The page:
Monthly Archives: January 2018

“Grandma’s Pizza”

This has nothing to do with my grandma whatsoever. I saw this recipe in a bread-making book and the author allowed that she didn’t know why it had that name either. At the moment I don’t care enough to investigate (have at it if the spirit moves you.

I make pizza weekly. This was a switch up. It’s a deep dish in a 9×13 pan. It was delicious! I refrigerated half and froze half in portions. I make my own crust (this was half whole wheat and half white flour) but if that’s not for you the same idea might work by using two store-bought dough crusts combined (the ones sold in balls or tubes).

I put my dough in the pan, added 3/4 cup Furmano’s Chunky Crushed Tomatoes, a conservative amount of sliced Mozzarella, a generous helping of dried Basil, and a splash of olive oil. If you try this and freeze some as I did, I suggest using a toaster oven for re-heating; microwaves make pizza mushy and you lose that wonderful crispness.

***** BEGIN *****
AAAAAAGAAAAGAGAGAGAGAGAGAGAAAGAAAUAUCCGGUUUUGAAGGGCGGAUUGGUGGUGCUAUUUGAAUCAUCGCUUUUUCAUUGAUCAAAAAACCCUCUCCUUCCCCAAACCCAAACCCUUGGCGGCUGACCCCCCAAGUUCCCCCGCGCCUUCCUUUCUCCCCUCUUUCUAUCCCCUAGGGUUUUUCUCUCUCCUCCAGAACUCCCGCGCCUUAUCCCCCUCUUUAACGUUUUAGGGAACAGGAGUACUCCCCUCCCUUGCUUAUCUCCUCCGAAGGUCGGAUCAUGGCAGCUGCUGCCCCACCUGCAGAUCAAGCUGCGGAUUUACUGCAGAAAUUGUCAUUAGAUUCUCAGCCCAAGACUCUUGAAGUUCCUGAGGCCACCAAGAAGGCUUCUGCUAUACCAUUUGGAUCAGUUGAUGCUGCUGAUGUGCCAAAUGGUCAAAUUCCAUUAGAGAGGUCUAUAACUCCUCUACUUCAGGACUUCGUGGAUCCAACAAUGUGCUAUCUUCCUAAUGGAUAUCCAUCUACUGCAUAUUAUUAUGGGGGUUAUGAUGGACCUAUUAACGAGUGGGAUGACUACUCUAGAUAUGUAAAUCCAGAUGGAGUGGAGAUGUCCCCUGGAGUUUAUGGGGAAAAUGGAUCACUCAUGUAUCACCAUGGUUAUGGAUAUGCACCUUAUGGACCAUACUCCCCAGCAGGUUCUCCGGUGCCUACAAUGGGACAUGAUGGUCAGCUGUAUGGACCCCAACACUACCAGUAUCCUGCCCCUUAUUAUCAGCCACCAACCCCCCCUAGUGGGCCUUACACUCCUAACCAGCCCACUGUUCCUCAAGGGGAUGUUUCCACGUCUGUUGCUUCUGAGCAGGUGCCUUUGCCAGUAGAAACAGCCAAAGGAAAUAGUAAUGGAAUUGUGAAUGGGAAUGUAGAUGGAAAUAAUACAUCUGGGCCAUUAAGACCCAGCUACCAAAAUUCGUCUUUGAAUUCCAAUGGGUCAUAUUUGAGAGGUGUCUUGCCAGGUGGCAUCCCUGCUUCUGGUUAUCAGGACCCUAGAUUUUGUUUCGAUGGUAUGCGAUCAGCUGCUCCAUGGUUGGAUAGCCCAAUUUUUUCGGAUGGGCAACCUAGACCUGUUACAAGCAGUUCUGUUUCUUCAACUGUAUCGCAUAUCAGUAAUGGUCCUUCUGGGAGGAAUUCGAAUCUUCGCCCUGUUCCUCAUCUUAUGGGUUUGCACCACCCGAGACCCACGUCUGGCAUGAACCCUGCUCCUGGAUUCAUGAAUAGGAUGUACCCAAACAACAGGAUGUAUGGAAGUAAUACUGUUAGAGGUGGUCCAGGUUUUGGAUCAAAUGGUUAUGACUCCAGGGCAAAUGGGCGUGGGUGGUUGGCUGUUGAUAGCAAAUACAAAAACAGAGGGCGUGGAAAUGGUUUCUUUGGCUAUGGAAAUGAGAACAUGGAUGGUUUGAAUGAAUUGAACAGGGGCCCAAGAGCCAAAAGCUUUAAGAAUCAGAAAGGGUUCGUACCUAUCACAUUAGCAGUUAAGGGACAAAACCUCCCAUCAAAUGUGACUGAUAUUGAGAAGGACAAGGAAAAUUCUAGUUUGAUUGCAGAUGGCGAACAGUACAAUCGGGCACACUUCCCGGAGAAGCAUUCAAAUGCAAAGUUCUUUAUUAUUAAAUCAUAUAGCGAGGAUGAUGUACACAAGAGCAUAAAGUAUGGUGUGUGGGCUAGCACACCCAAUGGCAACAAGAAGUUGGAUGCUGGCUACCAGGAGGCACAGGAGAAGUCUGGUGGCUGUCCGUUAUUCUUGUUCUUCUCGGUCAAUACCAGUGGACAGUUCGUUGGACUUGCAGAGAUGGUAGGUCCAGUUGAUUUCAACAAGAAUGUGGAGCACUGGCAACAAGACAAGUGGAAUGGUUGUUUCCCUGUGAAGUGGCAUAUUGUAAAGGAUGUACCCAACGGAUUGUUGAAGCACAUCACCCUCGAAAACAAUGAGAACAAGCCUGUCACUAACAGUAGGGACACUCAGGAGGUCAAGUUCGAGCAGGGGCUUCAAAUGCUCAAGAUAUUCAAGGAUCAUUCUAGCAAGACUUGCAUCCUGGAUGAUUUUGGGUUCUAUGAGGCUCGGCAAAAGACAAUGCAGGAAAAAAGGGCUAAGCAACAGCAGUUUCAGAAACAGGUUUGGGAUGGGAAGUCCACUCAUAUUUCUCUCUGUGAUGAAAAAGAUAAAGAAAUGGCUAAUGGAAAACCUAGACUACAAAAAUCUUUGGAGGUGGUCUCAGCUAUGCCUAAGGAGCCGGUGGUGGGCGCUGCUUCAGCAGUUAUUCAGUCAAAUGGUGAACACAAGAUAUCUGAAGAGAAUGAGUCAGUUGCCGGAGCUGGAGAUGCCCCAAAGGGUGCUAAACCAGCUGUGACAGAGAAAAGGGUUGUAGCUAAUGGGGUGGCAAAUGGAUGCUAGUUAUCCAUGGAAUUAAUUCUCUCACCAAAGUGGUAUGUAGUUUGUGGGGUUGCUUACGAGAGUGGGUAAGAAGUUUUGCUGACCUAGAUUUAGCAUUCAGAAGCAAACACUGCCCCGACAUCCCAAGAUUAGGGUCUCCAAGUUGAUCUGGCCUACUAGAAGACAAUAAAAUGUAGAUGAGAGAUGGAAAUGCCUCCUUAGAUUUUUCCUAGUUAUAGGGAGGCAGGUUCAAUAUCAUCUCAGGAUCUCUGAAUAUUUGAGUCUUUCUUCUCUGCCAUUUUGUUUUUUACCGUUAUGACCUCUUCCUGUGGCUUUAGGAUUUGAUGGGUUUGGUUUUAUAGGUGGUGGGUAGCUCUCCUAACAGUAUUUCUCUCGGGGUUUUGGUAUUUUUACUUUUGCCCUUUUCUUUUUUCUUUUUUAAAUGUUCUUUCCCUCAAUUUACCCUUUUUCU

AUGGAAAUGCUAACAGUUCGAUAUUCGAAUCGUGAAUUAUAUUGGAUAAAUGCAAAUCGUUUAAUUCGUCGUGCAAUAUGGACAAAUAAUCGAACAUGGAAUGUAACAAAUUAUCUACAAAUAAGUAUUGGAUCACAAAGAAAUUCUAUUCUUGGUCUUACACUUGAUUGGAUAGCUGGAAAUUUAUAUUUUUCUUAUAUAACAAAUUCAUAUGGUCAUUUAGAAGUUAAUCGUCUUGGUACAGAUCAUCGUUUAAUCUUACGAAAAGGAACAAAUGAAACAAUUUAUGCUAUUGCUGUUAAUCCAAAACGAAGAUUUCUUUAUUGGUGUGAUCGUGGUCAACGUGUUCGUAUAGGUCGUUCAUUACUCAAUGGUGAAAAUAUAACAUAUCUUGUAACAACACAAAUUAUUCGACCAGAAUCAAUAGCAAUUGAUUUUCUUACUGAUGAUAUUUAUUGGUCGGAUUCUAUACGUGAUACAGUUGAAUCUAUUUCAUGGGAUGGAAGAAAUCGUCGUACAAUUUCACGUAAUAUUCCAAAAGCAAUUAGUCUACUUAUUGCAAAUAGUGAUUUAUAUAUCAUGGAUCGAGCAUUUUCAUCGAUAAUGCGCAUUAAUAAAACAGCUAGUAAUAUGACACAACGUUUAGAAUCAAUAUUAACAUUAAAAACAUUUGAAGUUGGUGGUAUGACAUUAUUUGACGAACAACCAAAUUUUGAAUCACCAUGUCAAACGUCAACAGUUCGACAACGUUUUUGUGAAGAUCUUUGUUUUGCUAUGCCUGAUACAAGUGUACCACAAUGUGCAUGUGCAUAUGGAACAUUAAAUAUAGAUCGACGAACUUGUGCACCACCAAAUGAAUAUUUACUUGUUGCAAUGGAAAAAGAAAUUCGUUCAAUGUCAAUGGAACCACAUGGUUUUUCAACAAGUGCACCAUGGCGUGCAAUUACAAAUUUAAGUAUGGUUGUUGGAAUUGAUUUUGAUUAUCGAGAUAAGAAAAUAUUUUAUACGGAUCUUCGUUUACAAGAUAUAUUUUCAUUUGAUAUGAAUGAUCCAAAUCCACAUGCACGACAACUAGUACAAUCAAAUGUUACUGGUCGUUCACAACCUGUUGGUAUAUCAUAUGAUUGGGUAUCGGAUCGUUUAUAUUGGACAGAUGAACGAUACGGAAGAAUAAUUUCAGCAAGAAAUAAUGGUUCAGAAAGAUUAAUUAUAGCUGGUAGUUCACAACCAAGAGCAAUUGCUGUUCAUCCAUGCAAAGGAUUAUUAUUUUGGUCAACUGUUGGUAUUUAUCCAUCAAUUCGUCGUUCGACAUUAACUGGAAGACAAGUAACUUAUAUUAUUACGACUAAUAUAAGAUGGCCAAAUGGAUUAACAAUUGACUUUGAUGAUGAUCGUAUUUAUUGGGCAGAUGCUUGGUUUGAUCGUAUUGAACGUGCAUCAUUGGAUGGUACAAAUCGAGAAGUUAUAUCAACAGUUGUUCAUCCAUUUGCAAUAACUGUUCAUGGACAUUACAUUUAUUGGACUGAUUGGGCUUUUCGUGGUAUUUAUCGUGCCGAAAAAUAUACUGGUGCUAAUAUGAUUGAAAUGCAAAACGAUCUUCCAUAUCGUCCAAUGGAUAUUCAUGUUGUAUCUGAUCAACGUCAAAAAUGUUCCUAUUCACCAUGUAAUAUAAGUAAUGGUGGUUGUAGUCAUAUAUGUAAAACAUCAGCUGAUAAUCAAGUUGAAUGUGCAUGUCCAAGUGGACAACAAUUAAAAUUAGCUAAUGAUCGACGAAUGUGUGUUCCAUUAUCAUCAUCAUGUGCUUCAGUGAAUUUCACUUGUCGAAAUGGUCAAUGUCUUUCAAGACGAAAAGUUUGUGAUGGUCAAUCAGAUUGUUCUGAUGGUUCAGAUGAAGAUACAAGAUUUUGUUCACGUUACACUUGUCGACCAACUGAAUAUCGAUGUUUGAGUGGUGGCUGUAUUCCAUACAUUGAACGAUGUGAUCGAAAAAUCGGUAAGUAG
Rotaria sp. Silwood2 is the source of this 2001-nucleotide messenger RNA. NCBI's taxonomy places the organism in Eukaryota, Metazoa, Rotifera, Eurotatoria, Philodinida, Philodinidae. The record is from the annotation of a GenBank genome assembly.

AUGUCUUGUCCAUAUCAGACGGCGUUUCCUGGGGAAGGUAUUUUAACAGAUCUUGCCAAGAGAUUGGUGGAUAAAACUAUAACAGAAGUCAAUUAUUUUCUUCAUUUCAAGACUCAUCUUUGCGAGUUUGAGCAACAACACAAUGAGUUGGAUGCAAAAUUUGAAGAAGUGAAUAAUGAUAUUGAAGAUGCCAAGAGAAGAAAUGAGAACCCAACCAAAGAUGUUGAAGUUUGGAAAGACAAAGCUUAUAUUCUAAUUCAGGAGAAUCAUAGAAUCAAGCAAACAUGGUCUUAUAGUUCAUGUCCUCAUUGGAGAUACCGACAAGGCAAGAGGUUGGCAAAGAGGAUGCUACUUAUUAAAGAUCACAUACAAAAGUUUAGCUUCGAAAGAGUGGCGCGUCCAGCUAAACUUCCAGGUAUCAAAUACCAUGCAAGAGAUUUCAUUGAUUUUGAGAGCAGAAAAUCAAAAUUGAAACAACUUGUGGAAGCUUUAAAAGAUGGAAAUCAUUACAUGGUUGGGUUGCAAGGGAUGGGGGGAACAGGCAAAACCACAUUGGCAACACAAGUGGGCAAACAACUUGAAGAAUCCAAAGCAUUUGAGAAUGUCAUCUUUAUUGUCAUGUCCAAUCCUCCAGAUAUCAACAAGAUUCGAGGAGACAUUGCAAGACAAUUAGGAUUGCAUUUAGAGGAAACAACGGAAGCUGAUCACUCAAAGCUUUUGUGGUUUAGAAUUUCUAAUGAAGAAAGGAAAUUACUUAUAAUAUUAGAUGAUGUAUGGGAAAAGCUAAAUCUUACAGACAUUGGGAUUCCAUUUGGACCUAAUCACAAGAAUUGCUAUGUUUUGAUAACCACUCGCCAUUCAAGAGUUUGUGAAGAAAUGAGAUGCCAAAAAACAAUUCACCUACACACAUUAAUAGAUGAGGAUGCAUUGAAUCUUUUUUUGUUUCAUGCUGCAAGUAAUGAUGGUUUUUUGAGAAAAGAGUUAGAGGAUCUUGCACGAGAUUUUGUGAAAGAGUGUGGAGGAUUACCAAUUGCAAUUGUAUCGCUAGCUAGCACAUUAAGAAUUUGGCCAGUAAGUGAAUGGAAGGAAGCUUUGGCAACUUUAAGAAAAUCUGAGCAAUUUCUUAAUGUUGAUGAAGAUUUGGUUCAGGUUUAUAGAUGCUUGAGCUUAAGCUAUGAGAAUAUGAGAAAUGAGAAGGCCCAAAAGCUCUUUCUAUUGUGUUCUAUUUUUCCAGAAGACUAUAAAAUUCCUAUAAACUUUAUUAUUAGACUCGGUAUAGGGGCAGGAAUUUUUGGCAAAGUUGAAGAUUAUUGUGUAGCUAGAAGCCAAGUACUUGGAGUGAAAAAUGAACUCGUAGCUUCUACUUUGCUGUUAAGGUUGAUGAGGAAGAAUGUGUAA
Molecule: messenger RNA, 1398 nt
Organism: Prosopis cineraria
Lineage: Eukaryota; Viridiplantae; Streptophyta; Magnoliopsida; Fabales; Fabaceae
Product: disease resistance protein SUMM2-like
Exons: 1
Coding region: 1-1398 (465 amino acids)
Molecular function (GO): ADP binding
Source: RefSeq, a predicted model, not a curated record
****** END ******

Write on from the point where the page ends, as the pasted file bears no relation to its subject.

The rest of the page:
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Raw dough

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After baking (375 degrees for about 30 minutes till golden brown)

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Lake in winter

Three plus weeks into the New Year and my Kinda Sorta New Year’s Resolutions are well underway. I committed to visiting the local lake ten times. As of today I’ve gone three times. I’d rather go now before the nice-weather crowds descend in spring and early summer. I am really not a fan of combining crowds and nature. The mood is mellow now, the walkers and joggers fewer. I am glad I made a plan to do this. It really is peaceful and scenic.

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Panoramic view of main part of lake

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Two bundled walkers between the two trees

Eat, pray, love, grieve